Everything you need to know about seedcorn maggot

Seedcorn maggot integrated pest management considerations.

For decorative purposes.
Photo by Chris DiFonzo, MSU.

Michigan State University Extension has received several calls about seedcorn maggot in soybeans. The following is a quick refresher on seedcorn maggot, plus an example of a current infestation in southern Michigan. On another note, black cutworm cutting is something else to watch for, especially in fields where heavy winter annual weeds were present but recently sprayed (larvae move from the dying weeds and concentrate on the corn).  

Seedcorn maggot life cycle 

  • Adult flies overwinter. 
  • Late March to mid-April: Adults emerge. Adults are attracted to fresh decaying stuff for egglaying. 
  • Late April to mid-May: Larvae feed and develop on the decaying material, also damaging seeds planted early into the same locations. 
  • Mid-May: Pupation (first round of damage is over). 
  • Mid- to late May: First generation adults emerge. In cool, wet seasons, a repeat infestation cycle could occur in later planted fields. 

Enviroweather seedcorn maggot model 

  • Go to Enviroweather. Choose corn in the crop list, then select seedcorn maggot. 
  • See the following for an example of how to use this model: Using the seedcorn maggot model on MSU Enviroweather. 
  • The overwintering generation lays eggs in fields planted in April. Their larvae are responsible for the damage we see in mid-May. 

Maggot risk formula: Tillage + freshly decaying green stuff + slow emergence (April planting, cool conditions, seeds planted too deep)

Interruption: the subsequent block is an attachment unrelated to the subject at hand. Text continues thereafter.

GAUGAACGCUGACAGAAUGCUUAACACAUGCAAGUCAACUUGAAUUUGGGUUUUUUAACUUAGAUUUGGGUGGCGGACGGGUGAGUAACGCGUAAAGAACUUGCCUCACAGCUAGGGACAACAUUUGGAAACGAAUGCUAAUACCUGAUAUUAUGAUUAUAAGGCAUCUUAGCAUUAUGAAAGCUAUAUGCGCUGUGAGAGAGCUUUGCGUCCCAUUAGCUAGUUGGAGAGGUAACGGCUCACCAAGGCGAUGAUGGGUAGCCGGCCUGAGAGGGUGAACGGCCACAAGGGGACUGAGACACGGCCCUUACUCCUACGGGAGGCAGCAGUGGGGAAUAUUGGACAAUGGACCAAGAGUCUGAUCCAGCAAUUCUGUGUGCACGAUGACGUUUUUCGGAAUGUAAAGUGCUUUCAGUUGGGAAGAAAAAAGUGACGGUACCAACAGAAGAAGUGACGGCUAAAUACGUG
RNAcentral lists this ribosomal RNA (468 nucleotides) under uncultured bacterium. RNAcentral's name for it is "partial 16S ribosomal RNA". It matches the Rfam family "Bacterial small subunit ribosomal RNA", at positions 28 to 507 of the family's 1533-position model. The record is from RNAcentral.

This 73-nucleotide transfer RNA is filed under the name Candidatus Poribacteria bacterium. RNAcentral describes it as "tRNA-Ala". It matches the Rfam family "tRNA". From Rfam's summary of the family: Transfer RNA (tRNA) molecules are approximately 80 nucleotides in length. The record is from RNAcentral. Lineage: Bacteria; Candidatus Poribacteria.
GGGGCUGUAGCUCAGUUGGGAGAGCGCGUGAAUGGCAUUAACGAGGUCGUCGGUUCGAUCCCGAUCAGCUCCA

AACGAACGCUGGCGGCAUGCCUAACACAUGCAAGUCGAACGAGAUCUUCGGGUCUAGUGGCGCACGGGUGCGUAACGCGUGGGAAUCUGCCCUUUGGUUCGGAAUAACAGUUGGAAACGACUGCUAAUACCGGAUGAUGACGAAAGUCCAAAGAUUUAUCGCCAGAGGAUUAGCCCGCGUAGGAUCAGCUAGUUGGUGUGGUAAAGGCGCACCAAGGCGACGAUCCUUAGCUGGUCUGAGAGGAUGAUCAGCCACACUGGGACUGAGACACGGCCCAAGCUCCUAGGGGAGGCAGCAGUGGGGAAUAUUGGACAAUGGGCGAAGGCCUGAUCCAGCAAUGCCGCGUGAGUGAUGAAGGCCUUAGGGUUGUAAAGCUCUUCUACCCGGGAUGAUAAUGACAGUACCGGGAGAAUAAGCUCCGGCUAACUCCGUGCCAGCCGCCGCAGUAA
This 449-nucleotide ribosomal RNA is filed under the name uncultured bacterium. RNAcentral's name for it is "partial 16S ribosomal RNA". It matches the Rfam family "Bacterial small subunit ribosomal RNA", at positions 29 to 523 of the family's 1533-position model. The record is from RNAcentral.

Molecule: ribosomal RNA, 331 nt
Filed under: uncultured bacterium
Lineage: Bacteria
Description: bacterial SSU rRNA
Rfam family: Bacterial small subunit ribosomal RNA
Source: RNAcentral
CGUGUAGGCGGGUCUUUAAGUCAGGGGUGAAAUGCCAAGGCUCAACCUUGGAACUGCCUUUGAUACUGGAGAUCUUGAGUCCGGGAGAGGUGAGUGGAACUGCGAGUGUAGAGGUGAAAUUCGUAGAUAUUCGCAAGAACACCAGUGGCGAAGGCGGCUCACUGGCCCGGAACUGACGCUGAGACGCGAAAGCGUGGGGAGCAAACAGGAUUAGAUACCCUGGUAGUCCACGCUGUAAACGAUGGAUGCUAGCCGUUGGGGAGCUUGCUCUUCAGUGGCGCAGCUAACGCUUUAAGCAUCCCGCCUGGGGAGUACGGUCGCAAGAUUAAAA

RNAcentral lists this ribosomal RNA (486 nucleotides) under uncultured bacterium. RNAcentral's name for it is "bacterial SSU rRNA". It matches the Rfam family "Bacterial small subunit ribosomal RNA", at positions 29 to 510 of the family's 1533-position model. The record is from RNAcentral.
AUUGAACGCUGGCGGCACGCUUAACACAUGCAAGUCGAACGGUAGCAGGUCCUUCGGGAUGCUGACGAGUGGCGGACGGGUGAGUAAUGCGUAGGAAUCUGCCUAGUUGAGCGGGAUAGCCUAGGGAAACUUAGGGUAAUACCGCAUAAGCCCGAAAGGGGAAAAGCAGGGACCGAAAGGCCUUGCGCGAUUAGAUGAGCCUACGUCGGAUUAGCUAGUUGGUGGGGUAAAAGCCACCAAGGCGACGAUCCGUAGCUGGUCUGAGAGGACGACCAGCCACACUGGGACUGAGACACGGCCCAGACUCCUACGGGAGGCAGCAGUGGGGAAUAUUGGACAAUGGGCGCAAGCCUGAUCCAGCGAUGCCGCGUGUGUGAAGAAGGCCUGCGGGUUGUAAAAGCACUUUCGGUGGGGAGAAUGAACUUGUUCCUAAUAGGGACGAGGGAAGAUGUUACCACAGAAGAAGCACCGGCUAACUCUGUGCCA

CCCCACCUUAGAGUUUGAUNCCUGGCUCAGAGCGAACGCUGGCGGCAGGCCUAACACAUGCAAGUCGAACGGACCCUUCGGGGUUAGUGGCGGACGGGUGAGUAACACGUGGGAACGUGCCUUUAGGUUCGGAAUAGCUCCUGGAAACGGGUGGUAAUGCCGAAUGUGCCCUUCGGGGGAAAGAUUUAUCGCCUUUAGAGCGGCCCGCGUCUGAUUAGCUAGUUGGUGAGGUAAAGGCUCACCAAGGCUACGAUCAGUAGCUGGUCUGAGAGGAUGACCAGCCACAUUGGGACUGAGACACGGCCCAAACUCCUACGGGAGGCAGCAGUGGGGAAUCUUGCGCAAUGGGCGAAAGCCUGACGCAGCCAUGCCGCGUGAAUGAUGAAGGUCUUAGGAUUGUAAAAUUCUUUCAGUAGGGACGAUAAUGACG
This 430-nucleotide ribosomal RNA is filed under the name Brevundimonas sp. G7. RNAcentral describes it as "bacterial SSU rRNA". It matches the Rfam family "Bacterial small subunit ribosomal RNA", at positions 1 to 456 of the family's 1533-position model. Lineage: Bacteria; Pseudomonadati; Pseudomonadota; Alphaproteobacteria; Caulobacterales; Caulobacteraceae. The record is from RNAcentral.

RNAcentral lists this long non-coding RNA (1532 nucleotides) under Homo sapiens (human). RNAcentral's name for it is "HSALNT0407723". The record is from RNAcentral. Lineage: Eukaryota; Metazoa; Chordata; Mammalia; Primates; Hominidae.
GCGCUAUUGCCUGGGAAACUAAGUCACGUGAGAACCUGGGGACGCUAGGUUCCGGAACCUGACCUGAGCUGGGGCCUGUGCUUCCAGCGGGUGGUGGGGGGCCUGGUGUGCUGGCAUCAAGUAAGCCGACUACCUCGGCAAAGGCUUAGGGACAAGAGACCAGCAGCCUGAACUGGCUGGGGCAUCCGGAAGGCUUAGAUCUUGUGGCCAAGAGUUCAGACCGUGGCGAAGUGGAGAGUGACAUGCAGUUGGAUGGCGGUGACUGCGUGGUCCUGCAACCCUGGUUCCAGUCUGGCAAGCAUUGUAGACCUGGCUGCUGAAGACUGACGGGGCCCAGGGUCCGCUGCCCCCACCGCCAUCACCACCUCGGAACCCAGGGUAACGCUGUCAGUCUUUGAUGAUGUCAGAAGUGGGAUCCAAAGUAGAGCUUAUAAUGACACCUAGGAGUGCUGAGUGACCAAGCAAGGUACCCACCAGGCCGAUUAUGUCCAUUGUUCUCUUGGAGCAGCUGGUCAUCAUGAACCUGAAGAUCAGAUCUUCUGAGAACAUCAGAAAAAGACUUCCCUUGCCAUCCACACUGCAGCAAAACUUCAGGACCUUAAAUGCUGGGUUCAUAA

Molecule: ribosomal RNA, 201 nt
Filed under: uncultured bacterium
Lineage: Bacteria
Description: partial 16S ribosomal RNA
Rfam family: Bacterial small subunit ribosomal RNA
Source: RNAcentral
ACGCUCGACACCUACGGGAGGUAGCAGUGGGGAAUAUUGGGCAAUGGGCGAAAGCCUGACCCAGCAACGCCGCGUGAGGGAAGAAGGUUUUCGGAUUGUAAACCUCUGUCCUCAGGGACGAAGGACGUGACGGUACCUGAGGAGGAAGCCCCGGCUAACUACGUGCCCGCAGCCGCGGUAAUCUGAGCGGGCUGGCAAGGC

Ranking of agronomic situations, which are attractive for seedcorn maggot egglaying and infestation 

(Wisdom from Ron Hammond, PhD, former maggot expert at Ohio State University) 

  • High risk: Tilling in alfalfa, another legume, living green grass cover, heavy winter annual weed growth. 
  • Moderate (some) risk: Tilling in soybean or corn residue (usually too dry to be attractive). 
  • Very low risk: Tilling bare soil. 
  • No risk: “No-till anything, I have never seen a problem, period!” said Hammond. 

Limitations of seed treatments 

  • The clock starts ticking on an insecticidal seed treatment when the seed goes in the ground. 
  • Below-ground, protection can be overcome by high pest pressure (too many maggots). Above-ground, expect at most 30 days of protection (like for soybean aphid).  
  • Note that the rate of insecticidal seed treatment differs by crop. Example, thiamethoxam (e.g., Cruiser) rate per acre is 0.083 pounds for soybean and 0.16 pounds for corn. During the seed treating process, this rate gets divided per seed resulting in 0.075 milligrams per soybean and a variable 0.25 – 1.25 per corn kernel. Thus, the lowest rate of thiamethoxam per kernel is about three times the rate per soybean. 

Replanting maggot-ravaged fields 

  • Attractive decaying green stuff is dried up and seeds emerge fast under warm soil conditions. 
  • Recommendation: Don’t waste more money on an insecticidal seed treatment. 

The Michigan State University Extension field crops team has many ways of informing farmers and agriculture professionals with pest pressure updates, including the Fast Fonz Facts that Chris Difonzo emails out to subscribers. To subscribe to Fast Fonz Facts, email difonzo@msu.edu. Virtual options are watching the Field Crops Virtual Breakfast Series at 7 a.m. on Thursdays, Central Michigan updates from Monica Jean on Wednesdays, wheat watcher updates from Jenna Falor and southwest Michigan updates from Nicolle Ritchie, both published on Thursdays.


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